Seeing the chaos, a passing inspector on his motorcycle stopped and asked roughly; “Kaay Zala?” (What happened?) All taxi drivers started talking at a time. He shouted them to shut up, got down from his bike and turned to me; “Tumi Bola.” (You speak). He listened patiently while I explained my predicament and my reason of coming to the airport, as well as my willingness to pay the proper fare.

Realizing that I was new to Bombay, he became instantly polite and told me to go ahead and meet the aircraft, finish my work and come back. That he was on duty at airport and will make the taxi wait and on my return will sort out the issue or we all go to the police station. I went inside the airport, had my discussion with our distributor and returned in half an hour. True to his word, the inspector was there with another policeman waiting for me. He told me politely that there were two things we can do. First go to police station, or, if I agree, we ride back to my office and he will accompany me and see what the fare comes. I agreed instantly. But the driver started grudging and showed his willingness to accept what I give, even forgo that. Other drivers had vanished. The inspector would have none of it. He downed the flag of meter and rode with us all the way to my office. The fair was 18 rupees. The inspector slapped the driver hard on his face, told me to give him Rs.35 and suspended his license for a month.
What really surprised me was – He went to the extent and apologized for driver’s behavior.

On another occasion, a year later, I was at V.T. station with heavy suitcase for a taxi to go to Kalbadevi, a short distance. No taxi would come. I was trying for 10-12 minutes and getting desperate. I could not walk the distance with a heavy bag. Out of blue, a constable appeared from nowhere. He asked me where I wanted to go. He whistled a taxi, asked the driver to take me to Kalbadevi with stern warning to behave, took down his number and told me to report if there was any problem.

Monday, January 5, 2009

Musings-In long and short

It was a sheer co-incidence. On the last day of my short visit to Ahmedabad, I came to know by chance, that Bharat, my early childhood friend, was residing in Ahmedabad. I got his telephone number three hours before I was to depart for Mumbai. We had not met for more than 50 years. Bharat was my neighbour in Calcutta. He left Calcutta when we were 11 or 12 years old. Since then we had not heard about each other. We are of the same age, give or take three-four months. Both of us are 64 now.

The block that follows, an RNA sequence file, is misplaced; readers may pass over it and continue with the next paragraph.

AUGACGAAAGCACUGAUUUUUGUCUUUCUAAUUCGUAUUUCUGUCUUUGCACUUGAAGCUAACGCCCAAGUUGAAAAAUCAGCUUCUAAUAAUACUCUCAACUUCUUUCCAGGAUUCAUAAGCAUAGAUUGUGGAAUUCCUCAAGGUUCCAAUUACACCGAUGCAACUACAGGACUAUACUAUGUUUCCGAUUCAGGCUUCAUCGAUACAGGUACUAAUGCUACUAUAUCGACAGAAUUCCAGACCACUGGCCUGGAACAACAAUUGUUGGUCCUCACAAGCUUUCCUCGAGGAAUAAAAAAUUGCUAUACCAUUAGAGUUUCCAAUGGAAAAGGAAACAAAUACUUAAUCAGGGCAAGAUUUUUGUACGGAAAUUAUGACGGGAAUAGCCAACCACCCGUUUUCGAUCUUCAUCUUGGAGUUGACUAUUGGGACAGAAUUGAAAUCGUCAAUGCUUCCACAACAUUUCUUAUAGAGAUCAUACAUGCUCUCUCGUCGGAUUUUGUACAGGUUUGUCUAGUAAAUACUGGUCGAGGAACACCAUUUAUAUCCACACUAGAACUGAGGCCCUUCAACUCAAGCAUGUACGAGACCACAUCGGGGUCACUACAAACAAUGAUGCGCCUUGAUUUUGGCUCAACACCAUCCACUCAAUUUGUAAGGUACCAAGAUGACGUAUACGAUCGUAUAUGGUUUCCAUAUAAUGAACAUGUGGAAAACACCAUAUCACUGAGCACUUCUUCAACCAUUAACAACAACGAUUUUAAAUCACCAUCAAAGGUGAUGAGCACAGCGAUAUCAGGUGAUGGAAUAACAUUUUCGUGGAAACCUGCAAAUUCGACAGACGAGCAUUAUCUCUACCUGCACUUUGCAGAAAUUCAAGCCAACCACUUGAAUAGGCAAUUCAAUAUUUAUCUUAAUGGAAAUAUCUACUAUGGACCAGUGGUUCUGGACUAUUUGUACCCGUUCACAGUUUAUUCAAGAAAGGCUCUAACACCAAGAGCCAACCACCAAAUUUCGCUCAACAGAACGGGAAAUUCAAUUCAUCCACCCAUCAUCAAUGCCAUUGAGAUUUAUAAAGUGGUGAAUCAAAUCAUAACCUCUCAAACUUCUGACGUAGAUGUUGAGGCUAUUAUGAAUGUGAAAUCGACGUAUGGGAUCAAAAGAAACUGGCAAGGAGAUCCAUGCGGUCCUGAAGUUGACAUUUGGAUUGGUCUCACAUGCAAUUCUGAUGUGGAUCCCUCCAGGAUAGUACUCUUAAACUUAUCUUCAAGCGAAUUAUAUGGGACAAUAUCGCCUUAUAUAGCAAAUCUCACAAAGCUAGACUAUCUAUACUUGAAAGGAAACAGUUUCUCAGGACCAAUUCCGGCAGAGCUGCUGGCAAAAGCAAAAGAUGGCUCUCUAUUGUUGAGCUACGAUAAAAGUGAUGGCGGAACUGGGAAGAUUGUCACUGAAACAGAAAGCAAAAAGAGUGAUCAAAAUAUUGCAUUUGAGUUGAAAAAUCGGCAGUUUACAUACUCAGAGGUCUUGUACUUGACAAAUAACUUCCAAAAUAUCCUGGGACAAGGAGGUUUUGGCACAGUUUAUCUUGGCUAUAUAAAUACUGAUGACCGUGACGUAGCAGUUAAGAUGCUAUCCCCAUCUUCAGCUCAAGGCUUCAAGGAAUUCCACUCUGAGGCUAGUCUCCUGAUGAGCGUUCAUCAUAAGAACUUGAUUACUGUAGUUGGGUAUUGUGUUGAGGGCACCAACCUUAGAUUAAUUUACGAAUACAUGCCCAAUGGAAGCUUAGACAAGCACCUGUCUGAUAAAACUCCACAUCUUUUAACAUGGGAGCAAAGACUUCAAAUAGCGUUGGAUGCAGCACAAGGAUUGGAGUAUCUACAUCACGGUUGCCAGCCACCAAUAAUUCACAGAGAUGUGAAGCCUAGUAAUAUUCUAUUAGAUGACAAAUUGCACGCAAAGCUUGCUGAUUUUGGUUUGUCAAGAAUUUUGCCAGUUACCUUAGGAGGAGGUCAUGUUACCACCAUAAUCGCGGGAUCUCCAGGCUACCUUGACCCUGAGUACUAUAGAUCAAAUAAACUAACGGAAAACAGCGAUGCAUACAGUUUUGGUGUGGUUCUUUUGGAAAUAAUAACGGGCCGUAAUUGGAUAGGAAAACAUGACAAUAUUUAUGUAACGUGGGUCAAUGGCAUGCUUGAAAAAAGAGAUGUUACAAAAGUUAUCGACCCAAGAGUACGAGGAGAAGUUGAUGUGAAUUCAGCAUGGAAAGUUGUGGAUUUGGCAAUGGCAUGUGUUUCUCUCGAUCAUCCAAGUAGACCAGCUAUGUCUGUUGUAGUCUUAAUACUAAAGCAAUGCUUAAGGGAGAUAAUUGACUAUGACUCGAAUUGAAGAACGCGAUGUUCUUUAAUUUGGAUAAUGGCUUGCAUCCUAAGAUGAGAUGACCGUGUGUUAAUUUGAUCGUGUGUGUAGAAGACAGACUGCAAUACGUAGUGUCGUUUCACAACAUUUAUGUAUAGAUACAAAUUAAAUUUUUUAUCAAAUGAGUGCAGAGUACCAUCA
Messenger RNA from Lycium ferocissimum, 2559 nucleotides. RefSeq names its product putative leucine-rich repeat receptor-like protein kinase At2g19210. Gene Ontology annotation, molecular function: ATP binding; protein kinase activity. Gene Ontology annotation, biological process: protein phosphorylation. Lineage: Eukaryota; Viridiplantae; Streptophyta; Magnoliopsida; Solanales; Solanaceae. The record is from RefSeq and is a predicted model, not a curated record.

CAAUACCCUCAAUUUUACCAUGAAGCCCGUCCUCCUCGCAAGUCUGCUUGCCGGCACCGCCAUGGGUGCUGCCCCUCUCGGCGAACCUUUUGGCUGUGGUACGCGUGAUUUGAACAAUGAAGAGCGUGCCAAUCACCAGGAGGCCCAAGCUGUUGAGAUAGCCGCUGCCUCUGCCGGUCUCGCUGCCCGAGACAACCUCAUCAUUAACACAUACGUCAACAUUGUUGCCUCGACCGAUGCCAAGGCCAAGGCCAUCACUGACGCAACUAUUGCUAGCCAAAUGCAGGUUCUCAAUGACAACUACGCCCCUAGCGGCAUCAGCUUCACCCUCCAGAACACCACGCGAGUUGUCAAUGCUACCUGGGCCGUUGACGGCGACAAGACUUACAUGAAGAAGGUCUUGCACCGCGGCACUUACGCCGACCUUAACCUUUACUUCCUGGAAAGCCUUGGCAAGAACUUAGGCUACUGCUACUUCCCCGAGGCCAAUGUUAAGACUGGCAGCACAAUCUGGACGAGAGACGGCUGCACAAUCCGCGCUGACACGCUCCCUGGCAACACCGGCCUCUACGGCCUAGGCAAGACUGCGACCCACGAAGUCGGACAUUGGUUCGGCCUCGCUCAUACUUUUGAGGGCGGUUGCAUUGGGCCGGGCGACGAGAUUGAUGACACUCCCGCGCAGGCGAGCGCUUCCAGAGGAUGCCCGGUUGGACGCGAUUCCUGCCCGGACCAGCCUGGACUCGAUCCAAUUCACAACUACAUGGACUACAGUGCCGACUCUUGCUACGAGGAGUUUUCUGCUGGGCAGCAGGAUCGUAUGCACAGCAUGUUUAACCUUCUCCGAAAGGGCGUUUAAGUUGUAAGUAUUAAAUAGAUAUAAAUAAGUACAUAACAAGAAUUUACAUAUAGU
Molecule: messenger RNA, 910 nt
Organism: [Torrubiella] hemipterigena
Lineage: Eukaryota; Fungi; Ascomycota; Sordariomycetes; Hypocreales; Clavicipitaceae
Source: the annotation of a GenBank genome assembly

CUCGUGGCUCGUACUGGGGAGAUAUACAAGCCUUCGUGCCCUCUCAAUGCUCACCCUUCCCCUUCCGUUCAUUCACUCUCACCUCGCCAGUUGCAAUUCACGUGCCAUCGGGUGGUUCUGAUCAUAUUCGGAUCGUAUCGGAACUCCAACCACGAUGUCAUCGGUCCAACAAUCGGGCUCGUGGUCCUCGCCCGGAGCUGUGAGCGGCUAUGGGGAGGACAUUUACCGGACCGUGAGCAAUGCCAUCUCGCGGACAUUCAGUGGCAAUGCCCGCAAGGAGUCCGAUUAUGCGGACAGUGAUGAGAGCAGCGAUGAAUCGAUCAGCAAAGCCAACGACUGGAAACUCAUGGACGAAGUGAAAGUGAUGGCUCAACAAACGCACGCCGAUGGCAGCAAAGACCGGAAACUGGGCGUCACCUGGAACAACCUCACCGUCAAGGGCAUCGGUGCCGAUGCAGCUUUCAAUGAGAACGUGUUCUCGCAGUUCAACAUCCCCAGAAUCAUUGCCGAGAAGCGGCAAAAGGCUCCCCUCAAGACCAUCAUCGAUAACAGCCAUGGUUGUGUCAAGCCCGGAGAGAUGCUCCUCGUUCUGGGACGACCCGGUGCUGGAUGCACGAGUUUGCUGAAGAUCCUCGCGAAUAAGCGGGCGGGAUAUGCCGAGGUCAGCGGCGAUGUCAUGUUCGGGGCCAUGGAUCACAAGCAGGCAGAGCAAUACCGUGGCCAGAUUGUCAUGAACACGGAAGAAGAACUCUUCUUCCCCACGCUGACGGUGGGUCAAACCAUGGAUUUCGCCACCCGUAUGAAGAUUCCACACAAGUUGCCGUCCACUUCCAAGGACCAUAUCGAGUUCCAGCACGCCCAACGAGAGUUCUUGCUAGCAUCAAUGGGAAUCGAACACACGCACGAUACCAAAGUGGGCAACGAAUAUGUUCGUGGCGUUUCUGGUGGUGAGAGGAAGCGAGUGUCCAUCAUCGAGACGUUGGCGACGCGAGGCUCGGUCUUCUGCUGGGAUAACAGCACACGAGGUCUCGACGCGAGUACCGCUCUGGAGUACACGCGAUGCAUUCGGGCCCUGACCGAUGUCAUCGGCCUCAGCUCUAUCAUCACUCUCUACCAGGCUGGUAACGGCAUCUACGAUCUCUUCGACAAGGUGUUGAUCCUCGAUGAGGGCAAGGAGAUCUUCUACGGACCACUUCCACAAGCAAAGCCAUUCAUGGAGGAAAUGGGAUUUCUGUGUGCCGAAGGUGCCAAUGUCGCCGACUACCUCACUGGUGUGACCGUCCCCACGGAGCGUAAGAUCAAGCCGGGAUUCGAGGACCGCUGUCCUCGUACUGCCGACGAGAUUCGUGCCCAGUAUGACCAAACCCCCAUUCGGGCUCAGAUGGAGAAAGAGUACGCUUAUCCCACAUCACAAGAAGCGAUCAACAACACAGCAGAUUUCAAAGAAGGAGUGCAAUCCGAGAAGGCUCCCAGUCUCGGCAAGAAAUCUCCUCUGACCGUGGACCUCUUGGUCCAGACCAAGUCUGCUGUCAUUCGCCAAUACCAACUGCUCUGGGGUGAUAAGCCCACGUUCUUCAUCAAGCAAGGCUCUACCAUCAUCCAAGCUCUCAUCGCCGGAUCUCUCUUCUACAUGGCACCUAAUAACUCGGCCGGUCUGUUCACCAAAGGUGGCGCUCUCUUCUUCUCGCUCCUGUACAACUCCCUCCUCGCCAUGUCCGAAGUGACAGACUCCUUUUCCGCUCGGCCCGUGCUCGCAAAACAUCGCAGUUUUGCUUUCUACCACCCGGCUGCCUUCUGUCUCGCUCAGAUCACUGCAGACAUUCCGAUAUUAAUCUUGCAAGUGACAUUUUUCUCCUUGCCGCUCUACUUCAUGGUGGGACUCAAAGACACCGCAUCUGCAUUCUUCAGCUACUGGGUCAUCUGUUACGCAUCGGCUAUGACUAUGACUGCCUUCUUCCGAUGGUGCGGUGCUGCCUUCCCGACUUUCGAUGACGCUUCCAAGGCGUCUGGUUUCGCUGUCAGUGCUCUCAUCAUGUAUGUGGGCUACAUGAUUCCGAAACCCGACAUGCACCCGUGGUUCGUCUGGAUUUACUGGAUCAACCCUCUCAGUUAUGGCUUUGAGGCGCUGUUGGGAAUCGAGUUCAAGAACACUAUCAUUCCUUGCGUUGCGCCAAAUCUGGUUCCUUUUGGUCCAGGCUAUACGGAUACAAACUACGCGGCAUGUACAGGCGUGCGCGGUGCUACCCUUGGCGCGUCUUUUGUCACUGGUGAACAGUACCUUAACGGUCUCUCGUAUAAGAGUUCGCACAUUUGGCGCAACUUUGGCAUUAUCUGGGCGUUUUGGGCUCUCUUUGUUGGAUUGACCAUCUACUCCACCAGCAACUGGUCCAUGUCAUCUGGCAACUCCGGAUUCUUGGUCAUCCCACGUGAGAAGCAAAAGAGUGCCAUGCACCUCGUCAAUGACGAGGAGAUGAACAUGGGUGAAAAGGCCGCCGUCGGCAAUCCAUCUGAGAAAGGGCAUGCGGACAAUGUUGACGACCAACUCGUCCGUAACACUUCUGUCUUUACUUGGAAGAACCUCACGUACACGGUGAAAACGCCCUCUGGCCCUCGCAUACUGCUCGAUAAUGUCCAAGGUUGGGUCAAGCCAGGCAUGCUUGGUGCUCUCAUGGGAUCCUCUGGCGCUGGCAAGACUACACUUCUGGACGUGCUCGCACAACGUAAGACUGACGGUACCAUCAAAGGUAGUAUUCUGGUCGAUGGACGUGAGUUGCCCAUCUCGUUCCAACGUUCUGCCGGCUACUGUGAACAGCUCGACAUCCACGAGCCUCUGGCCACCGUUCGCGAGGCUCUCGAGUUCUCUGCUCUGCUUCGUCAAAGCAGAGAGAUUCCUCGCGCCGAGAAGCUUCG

So I called him and told him who I was. In an instant he recognized me. He was very excited and happy to hear from me. After preliminaries of – come to my place at this instant – and knowing I was leaving for Mumbai immediately, he started asking short questions about me. In half a minute he was satisfied that he knew all he wanted to know about me and started talking about himself, that when he left Calcutta at the age of twelve, he didn’t know that his father was in a trouble in business. They tried to settle somewhere in Gujarat. His father lost money there too, that betrayed by partners and relatives, they were hand to mouth for a few years. Somehow, he completed hi matriculation, in the meantime his father expired. Then he came to Ahmedabad, got a job there, progressed and once again settled in life, that he got married, had two children, both educated, married, and both in the U.S., that his wife expired in 1997 and now he was staying alone. At that point I tried to offer my condolences at the news of his wife, but he brushed me off: “No no. Its ok. It was a long time back and I am fine now.” In less than five minutes he gave me his life story of 52 years.
Then we started talking about our childhood days. How after school we went home, threw our aluminum school bags, had a glass of milk and ran back to school to play in school compound. How we played badminton, cricket etc. how older students harassed us. That once older group did not allow us to play cricket with them and how we formed our own club then & there and named it Friend’s club. How once one tough boy hit him and how I had beaten that boy for hitting him. We went on talking for more than twenty minutes about those 10-12 childhood years. After a while he became sentimental and reminded me of an incident where I had saved him from certain punishment from our teacher on that occasion. I felt a little embarrassed and said: “Ow leave it, forget it Bharat. It was a long… long time back, In fact, Ages back.”
He exclaimed! “Ages? I feel it happened yesterday only.”

Sunday, January 4, 2009

Bad joke

On Mr. Thackeray’s comments on empty threats to Pakistan, I remember an old joke I heard in Delhi years back. It fits India and Pakistan.

Santa Singh and Banta Singh were friends. Once for some reason Santa Singh hit Banta Singh.
Banta Singh; “Were you serious?”
Santa Singh; “No. No. I was just fooling around. Just joking.”
Banta Singh; “Then its ok. Had you been serious, I would have retaliated violently. Be careful next time.”

After a few days Santa Singh again hit him.
Banta Singh; “Were you serious?”
Santa Singh; (This time aggressive); “Yes I was. What about it?”
Banta Singh; “Nothing. I don’t like people fooling around me.”